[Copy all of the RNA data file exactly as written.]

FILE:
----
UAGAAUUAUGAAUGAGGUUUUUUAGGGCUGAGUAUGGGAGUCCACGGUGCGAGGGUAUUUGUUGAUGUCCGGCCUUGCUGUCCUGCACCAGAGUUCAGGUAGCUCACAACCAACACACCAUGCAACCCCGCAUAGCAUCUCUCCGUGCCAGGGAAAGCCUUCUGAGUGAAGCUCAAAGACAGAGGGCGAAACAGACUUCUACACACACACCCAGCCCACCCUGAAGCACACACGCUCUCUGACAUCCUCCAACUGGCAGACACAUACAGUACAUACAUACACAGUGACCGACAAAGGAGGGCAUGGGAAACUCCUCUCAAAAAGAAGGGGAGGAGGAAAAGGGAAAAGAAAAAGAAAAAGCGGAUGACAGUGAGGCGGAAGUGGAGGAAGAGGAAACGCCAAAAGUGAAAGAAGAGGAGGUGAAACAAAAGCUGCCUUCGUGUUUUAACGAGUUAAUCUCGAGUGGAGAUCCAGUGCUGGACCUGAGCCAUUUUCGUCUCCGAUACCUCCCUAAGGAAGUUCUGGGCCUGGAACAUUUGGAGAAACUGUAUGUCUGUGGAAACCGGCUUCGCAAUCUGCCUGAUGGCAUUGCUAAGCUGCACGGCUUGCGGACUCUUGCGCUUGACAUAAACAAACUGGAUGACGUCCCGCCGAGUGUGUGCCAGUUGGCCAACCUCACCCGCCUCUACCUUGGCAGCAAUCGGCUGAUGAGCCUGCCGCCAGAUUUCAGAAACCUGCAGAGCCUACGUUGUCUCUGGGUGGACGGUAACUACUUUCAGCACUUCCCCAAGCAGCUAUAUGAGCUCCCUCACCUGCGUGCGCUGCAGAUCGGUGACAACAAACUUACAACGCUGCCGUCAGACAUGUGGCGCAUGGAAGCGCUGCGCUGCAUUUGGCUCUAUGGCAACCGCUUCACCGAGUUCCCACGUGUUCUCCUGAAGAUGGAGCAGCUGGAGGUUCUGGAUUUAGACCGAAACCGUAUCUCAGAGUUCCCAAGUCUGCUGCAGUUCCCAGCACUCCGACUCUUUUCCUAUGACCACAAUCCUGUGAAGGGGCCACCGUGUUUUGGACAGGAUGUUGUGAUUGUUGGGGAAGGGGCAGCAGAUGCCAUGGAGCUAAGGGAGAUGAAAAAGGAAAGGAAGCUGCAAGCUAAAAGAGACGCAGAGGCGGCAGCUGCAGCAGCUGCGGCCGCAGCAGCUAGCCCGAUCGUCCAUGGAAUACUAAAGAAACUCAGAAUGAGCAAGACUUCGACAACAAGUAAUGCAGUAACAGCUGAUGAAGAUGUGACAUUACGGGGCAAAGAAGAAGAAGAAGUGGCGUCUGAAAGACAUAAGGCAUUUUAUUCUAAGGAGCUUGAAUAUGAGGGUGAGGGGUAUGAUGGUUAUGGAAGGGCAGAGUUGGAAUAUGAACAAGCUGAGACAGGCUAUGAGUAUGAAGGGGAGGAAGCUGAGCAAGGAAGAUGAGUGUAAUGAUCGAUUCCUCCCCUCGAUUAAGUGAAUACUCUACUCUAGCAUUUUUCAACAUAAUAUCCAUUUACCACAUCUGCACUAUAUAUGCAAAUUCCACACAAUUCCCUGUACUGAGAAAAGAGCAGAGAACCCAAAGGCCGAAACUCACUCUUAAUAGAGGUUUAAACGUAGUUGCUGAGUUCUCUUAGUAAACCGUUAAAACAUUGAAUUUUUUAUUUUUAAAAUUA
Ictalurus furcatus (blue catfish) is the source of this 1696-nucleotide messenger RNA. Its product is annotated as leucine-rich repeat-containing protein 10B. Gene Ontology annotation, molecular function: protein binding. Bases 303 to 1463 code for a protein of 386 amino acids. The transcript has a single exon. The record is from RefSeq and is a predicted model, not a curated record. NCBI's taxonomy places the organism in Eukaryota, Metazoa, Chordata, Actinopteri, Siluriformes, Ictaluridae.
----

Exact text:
UAGAAUUAUGAAUGAGGUUUUUUAGGGCUGAGUAUGGGAGUCCACGGUGCGAGGGUAUUUGUUGAUGUCCGGCCUUGCUGUCCUGCACCAGAGUUCAGGUAGCUCACAACCAACACACCAUGCAACCCCGCAUAGCAUCUCUCCGUGCCAGGGAAAGCCUUCUGAGUGAAGCUCAAAGACAGAGGGCGAAACAGACUUCUACACACACACCCAGCCCACCCUGAAGCACACACGCUCUCUGACAUCCUCCAACUGGCAGACACAUACAGUACAUACAUACACAGUGACCGACAAAGGAGGGCAUGGGAAACUCCUCUCAAAAAGAAGGGGAGGAGGAAAAGGGAAAAGAAAAAGAAAAAGCGGAUGACAGUGAGGCGGAAGUGGAGGAAGAGGAAACGCCAAAAGUGAAAGAAGAGGAGGUGAAACAAAAGCUGCCUUCGUGUUUUAACGAGUUAAUCUCGAGUGGAGAUCCAGUGCUGGACCUGAGCCAUUUUCGUCUCCGAUACCUCCCUAAGGAAGUUCUGGGCCUGGAACAUUUGGAGAAACUGUAUGUCUGUGGAAACCGGCUUCGCAAUCUGCCUGAUGGCAUUGCUAAGCUGCACGGCUUGCGGACUCUUGCGCUUGACAUAAACAAACUGGAUGACGUCCCGCCGAGUGUGUGCCAGUUGGCCAACCUCACCCGCCUCUACCUUGGCAGCAAUCGGCUGAUGAGCCUGCCGCCAGAUUUCAGAAACCUGCAGAGCCUACGUUGUCUCUGGGUGGACGGUAACUACUUUCAGCACUUCCCCAAGCAGCUAUAUGAGCUCCCUCACCUGCGUGCGCUGCAGAUCGGUGACAACAAACUUACAACGCUGCCGUCAGACAUGUGGCGCAUGGAAGCGCUGCGCUGCAUUUGGCUCUAUGGCAACCGCUUCACCGAGUUCCCACGUGUUCUCCUGAAGAUGGAGCAGCUGGAGGUUCUGGAUUUAGACCGAAACCGUAUCUCAGAGUUCCCAAGUCUGCUGCAGUUCCCAGCACUCCGACUCUUUUCCUAUGACCACAAUCCUGUGAAGGGGCCACCGUGUUUUGGACAGGAUGUUGUGAUUGUUGGGGAAGGGGCAGCAGAUGCCAUGGAGCUAAGGGAGAUGAAAAAGGAAAGGAAGCUGCAAGCUAAAAGAGACGCAGAGGCGGCAGCUGCAGCAGCUGCGGCCGCAGCAGCUAGCCCGAUCGUCCAUGGAAUACUAAAGAAACUCAGAAUGAGCAAGACUUCGACAACAAGUAAUGCAGUAACAGCUGAUGAAGAUGUGACAUUACGGGGCAAAGAAGAAGAAGAAGUGGCGUCUGAAAGACAUAAGGCAUUUUAUUCUAAGGAGCUUGAAUAUGAGGGUGAGGGGUAUGAUGGUUAUGGAAGGGCAGAGUUGGAAUAUGAACAAGCUGAGACAGGCUAUGAGUAUGAAGGGGAGGAAGCUGAGCAAGGAAGAUGAGUGUAAUGAUCGAUUCCUCCCCUCGAUUAAGUGAAUACUCUACUCUAGCAUUUUUCAACAUAAUAUCCAUUUACCACAUCUGCACUAUAUAUGCAAAUUCCACACAAUUCCCUGUACUGAGAAAAGAGCAGAGAACCCAAAGGCCGAAACUCACUCUUAAUAGAGGUUUAAACGUAGUUGCUGAGUUCUCUUAGUAAACCGUUAAAACAUUGAAUUUUUUAUUUUUAAAAUUA
Ictalurus furcatus (blue catfish) is the source of this 1696-nucleotide messenger RNA. Its product is annotated as leucine-rich repeat-containing protein 10B. Gene Ontology annotation, molecular function: protein binding. Bases 303 to 1463 code for a protein of 386 amino acids. The transcript has a single exon. The record is from RefSeq and is a predicted model, not a curated record. NCBI's taxonomy places the organism in Eukaryota, Metazoa, Chordata, Actinopteri, Siluriformes, Ictaluridae.